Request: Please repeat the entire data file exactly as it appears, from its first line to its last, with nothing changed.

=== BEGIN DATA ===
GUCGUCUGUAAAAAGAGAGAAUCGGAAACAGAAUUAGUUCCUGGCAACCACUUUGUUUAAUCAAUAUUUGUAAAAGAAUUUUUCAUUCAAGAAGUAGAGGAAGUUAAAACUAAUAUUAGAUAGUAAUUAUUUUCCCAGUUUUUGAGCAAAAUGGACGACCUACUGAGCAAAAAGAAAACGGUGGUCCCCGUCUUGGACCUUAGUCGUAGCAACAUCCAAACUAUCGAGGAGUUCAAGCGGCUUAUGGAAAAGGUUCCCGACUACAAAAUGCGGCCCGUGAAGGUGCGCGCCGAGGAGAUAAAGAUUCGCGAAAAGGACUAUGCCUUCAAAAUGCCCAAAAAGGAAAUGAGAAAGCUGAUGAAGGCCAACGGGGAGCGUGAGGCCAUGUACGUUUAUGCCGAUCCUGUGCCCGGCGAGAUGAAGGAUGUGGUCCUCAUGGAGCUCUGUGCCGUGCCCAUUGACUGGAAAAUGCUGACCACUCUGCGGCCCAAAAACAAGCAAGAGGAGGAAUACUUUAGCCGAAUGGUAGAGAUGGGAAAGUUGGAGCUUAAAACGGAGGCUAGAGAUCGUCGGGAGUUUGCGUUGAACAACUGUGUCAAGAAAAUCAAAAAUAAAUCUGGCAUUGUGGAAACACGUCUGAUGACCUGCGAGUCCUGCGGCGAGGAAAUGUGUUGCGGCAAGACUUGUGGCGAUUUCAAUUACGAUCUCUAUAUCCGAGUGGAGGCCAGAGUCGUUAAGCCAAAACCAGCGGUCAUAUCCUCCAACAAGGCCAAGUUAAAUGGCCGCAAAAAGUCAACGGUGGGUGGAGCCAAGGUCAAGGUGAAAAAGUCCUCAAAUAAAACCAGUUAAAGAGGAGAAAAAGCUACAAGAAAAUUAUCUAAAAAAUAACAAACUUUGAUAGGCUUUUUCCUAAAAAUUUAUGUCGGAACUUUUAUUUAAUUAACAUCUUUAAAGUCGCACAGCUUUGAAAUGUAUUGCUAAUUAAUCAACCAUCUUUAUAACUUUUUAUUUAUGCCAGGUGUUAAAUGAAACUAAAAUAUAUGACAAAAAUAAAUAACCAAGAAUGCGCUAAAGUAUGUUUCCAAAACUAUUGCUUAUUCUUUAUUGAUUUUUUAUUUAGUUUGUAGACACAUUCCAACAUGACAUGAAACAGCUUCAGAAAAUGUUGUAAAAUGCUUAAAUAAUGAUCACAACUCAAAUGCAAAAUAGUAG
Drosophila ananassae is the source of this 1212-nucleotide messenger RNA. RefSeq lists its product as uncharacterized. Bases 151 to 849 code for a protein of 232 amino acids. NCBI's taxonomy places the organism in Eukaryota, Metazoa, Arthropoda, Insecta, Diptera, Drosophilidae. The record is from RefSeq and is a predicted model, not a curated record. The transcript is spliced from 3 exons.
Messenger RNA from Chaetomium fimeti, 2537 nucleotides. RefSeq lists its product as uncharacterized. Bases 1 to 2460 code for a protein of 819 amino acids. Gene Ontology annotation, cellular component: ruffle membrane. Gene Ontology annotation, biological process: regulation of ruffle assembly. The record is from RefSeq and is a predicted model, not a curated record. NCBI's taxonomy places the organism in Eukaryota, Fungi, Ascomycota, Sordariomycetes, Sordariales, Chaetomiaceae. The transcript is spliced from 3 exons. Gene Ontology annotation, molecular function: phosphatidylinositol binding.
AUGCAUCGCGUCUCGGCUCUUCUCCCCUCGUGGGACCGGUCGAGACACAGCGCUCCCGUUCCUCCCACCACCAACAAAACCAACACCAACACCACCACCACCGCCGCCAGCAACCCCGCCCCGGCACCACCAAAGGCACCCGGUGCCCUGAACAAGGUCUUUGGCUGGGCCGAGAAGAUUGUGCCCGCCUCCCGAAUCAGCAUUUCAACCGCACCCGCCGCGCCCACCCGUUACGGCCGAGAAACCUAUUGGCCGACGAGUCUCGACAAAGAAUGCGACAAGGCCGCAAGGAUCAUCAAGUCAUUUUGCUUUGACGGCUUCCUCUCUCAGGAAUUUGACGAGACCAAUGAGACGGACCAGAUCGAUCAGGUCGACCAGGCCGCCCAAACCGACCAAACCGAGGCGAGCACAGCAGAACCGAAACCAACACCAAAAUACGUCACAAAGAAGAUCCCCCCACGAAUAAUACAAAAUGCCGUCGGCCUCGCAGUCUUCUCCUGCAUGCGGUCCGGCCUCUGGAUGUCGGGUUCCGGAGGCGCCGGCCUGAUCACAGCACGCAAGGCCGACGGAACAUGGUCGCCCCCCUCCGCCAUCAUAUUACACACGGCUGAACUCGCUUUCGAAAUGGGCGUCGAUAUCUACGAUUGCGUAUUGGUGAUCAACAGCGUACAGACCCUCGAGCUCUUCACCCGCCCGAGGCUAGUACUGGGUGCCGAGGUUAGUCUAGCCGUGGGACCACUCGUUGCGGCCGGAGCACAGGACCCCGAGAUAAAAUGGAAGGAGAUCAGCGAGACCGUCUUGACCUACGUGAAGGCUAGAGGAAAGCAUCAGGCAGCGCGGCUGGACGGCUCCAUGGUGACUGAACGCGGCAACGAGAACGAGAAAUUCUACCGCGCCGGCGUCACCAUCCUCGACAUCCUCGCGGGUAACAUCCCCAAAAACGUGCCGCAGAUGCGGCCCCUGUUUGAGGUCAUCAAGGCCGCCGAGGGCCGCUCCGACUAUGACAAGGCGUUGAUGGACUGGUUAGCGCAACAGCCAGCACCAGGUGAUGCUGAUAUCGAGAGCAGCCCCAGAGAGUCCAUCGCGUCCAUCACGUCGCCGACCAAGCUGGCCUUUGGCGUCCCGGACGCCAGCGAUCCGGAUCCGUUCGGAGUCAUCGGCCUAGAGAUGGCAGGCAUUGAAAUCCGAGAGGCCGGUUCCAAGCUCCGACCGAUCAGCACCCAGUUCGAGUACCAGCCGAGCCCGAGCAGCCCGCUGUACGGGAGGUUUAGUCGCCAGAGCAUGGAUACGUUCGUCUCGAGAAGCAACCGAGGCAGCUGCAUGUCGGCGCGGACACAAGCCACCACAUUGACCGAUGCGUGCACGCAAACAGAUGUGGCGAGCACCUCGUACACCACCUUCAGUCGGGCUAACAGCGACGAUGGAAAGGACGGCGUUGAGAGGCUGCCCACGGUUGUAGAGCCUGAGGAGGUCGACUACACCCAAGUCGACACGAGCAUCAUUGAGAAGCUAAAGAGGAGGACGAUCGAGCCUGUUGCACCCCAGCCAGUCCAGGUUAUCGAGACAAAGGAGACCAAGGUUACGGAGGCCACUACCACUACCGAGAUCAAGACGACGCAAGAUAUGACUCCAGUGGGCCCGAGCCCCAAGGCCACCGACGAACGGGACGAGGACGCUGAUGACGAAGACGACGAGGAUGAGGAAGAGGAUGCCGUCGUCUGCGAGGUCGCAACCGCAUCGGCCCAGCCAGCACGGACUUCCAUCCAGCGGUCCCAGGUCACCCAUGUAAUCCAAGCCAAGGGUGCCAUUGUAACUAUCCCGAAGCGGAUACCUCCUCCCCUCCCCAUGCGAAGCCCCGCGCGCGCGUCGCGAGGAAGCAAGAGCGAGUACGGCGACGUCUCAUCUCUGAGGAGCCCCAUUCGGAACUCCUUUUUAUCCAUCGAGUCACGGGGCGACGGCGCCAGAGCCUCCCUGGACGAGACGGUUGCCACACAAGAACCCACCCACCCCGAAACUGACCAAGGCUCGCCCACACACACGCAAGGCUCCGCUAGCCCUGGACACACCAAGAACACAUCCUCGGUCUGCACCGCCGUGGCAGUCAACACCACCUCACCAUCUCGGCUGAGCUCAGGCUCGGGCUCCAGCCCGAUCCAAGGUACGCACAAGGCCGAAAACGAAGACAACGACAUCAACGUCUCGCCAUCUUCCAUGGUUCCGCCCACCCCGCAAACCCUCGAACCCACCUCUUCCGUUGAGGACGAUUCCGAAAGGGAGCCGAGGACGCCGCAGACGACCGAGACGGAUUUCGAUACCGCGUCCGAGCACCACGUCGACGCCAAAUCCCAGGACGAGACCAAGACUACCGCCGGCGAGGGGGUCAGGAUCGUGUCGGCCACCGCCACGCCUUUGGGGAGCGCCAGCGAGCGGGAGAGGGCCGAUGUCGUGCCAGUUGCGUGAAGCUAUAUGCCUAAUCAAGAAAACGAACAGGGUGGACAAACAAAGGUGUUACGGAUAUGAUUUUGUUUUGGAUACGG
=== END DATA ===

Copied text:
GUCGUCUGUAAAAAGAGAGAAUCGGAAACAGAAUUAGUUCCUGGCAACCACUUUGUUUAAUCAAUAUUUGUAAAAGAAUUUUUCAUUCAAGAAGUAGAGGAAGUUAAAACUAAUAUUAGAUAGUAAUUAUUUUCCCAGUUUUUGAGCAAAAUGGACGACCUACUGAGCAAAAAGAAAACGGUGGUCCCCGUCUUGGACCUUAGUCGUAGCAACAUCCAAACUAUCGAGGAGUUCAAGCGGCUUAUGGAAAAGGUUCCCGACUACAAAAUGCGGCCCGUGAAGGUGCGCGCCGAGGAGAUAAAGAUUCGCGAAAAGGACUAUGCCUUCAAAAUGCCCAAAAAGGAAAUGAGAAAGCUGAUGAAGGCCAACGGGGAGCGUGAGGCCAUGUACGUUUAUGCCGAUCCUGUGCCCGGCGAGAUGAAGGAUGUGGUCCUCAUGGAGCUCUGUGCCGUGCCCAUUGACUGGAAAAUGCUGACCACUCUGCGGCCCAAAAACAAGCAAGAGGAGGAAUACUUUAGCCGAAUGGUAGAGAUGGGAAAGUUGGAGCUUAAAACGGAGGCUAGAGAUCGUCGGGAGUUUGCGUUGAACAACUGUGUCAAGAAAAUCAAAAAUAAAUCUGGCAUUGUGGAAACACGUCUGAUGACCUGCGAGUCCUGCGGCGAGGAAAUGUGUUGCGGCAAGACUUGUGGCGAUUUCAAUUACGAUCUCUAUAUCCGAGUGGAGGCCAGAGUCGUUAAGCCAAAACCAGCGGUCAUAUCCUCCAACAAGGCCAAGUUAAAUGGCCGCAAAAAGUCAACGGUGGGUGGAGCCAAGGUCAAGGUGAAAAAGUCCUCAAAUAAAACCAGUUAAAGAGGAGAAAAAGCUACAAGAAAAUUAUCUAAAAAAUAACAAACUUUGAUAGGCUUUUUCCUAAAAAUUUAUGUCGGAACUUUUAUUUAAUUAACAUCUUUAAAGUCGCACAGCUUUGAAAUGUAUUGCUAAUUAAUCAACCAUCUUUAUAACUUUUUAUUUAUGCCAGGUGUUAAAUGAAACUAAAAUAUAUGACAAAAAUAAAUAACCAAGAAUGCGCUAAAGUAUGUUUCCAAAACUAUUGCUUAUUCUUUAUUGAUUUUUUAUUUAGUUUGUAGACACAUUCCAACAUGACAUGAAACAGCUUCAGAAAAUGUUGUAAAAUGCUUAAAUAAUGAUCACAACUCAAAUGCAAAAUAGUAG
Drosophila ananassae is the source of this 1212-nucleotide messenger RNA. RefSeq lists its product as uncharacterized. Bases 151 to 849 code for a protein of 232 amino acids. NCBI's taxonomy places the organism in Eukaryota, Metazoa, Arthropoda, Insecta, Diptera, Drosophilidae. The record is from RefSeq and is a predicted model, not a curated record. The transcript is spliced from 3 exons.
Messenger RNA from Chaetomium fimeti, 2537 nucleotides. RefSeq lists its product as uncharacterized. Bases 1 to 2460 code for a protein of 819 amino acids. Gene Ontology annotation, cellular component: ruffle membrane. Gene Ontology annotation, biological process: regulation of ruffle assembly. The record is from RefSeq and is a predicted model, not a curated record. NCBI's taxonomy places the organism in Eukaryota, Fungi, Ascomycota, Sordariomycetes, Sordariales, Chaetomiaceae. The transcript is spliced from 3 exons. Gene Ontology annotation, molecular function: phosphatidylinositol binding.
AUGCAUCGCGUCUCGGCUCUUCUCCCCUCGUGGGACCGGUCGAGACACAGCGCUCCCGUUCCUCCCACCACCAACAAAACCAACACCAACACCACCACCACCGCCGCCAGCAACCCCGCCCCGGCACCACCAAAGGCACCCGGUGCCCUGAACAAGGUCUUUGGCUGGGCCGAGAAGAUUGUGCCCGCCUCCCGAAUCAGCAUUUCAACCGCACCCGCCGCGCCCACCCGUUACGGCCGAGAAACCUAUUGGCCGACGAGUCUCGACAAAGAAUGCGACAAGGCCGCAAGGAUCAUCAAGUCAUUUUGCUUUGACGGCUUCCUCUCUCAGGAAUUUGACGAGACCAAUGAGACGGACCAGAUCGAUCAGGUCGACCAGGCCGCCCAAACCGACCAAACCGAGGCGAGCACAGCAGAACCGAAACCAACACCAAAAUACGUCACAAAGAAGAUCCCCCCACGAAUAAUACAAAAUGCCGUCGGCCUCGCAGUCUUCUCCUGCAUGCGGUCCGGCCUCUGGAUGUCGGGUUCCGGAGGCGCCGGCCUGAUCACAGCACGCAAGGCCGACGGAACAUGGUCGCCCCCCUCCGCCAUCAUAUUACACACGGCUGAACUCGCUUUCGAAAUGGGCGUCGAUAUCUACGAUUGCGUAUUGGUGAUCAACAGCGUACAGACCCUCGAGCUCUUCACCCGCCCGAGGCUAGUACUGGGUGCCGAGGUUAGUCUAGCCGUGGGACCACUCGUUGCGGCCGGAGCACAGGACCCCGAGAUAAAAUGGAAGGAGAUCAGCGAGACCGUCUUGACCUACGUGAAGGCUAGAGGAAAGCAUCAGGCAGCGCGGCUGGACGGCUCCAUGGUGACUGAACGCGGCAACGAGAACGAGAAAUUCUACCGCGCCGGCGUCACCAUCCUCGACAUCCUCGCGGGUAACAUCCCCAAAAACGUGCCGCAGAUGCGGCCCCUGUUUGAGGUCAUCAAGGCCGCCGAGGGCCGCUCCGACUAUGACAAGGCGUUGAUGGACUGGUUAGCGCAACAGCCAGCACCAGGUGAUGCUGAUAUCGAGAGCAGCCCCAGAGAGUCCAUCGCGUCCAUCACGUCGCCGACCAAGCUGGCCUUUGGCGUCCCGGACGCCAGCGAUCCGGAUCCGUUCGGAGUCAUCGGCCUAGAGAUGGCAGGCAUUGAAAUCCGAGAGGCCGGUUCCAAGCUCCGACCGAUCAGCACCCAGUUCGAGUACCAGCCGAGCCCGAGCAGCCCGCUGUACGGGAGGUUUAGUCGCCAGAGCAUGGAUACGUUCGUCUCGAGAAGCAACCGAGGCAGCUGCAUGUCGGCGCGGACACAAGCCACCACAUUGACCGAUGCGUGCACGCAAACAGAUGUGGCGAGCACCUCGUACACCACCUUCAGUCGGGCUAACAGCGACGAUGGAAAGGACGGCGUUGAGAGGCUGCCCACGGUUGUAGAGCCUGAGGAGGUCGACUACACCCAAGUCGACACGAGCAUCAUUGAGAAGCUAAAGAGGAGGACGAUCGAGCCUGUUGCACCCCAGCCAGUCCAGGUUAUCGAGACAAAGGAGACCAAGGUUACGGAGGCCACUACCACUACCGAGAUCAAGACGACGCAAGAUAUGACUCCAGUGGGCCCGAGCCCCAAGGCCACCGACGAACGGGACGAGGACGCUGAUGACGAAGACGACGAGGAUGAGGAAGAGGAUGCCGUCGUCUGCGAGGUCGCAACCGCAUCGGCCCAGCCAGCACGGACUUCCAUCCAGCGGUCCCAGGUCACCCAUGUAAUCCAAGCCAAGGGUGCCAUUGUAACUAUCCCGAAGCGGAUACCUCCUCCCCUCCCCAUGCGAAGCCCCGCGCGCGCGUCGCGAGGAAGCAAGAGCGAGUACGGCGACGUCUCAUCUCUGAGGAGCCCCAUUCGGAACUCCUUUUUAUCCAUCGAGUCACGGGGCGACGGCGCCAGAGCCUCCCUGGACGAGACGGUUGCCACACAAGAACCCACCCACCCCGAAACUGACCAAGGCUCGCCCACACACACGCAAGGCUCCGCUAGCCCUGGACACACCAAGAACACAUCCUCGGUCUGCACCGCCGUGGCAGUCAACACCACCUCACCAUCUCGGCUGAGCUCAGGCUCGGGCUCCAGCCCGAUCCAAGGUACGCACAAGGCCGAAAACGAAGACAACGACAUCAACGUCUCGCCAUCUUCCAUGGUUCCGCCCACCCCGCAAACCCUCGAACCCACCUCUUCCGUUGAGGACGAUUCCGAAAGGGAGCCGAGGACGCCGCAGACGACCGAGACGGAUUUCGAUACCGCGUCCGAGCACCACGUCGACGCCAAAUCCCAGGACGAGACCAAGACUACCGCCGGCGAGGGGGUCAGGAUCGUGUCGGCCACCGCCACGCCUUUGGGGAGCGCCAGCGAGCGGGAGAGGGCCGAUGUCGUGCCAGUUGCGUGAAGCUAUAUGCCUAAUCAAGAAAACGAACAGGGUGGACAAACAAAGGUGUUACGGAUAUGAUUUUGUUUUGGAUACGG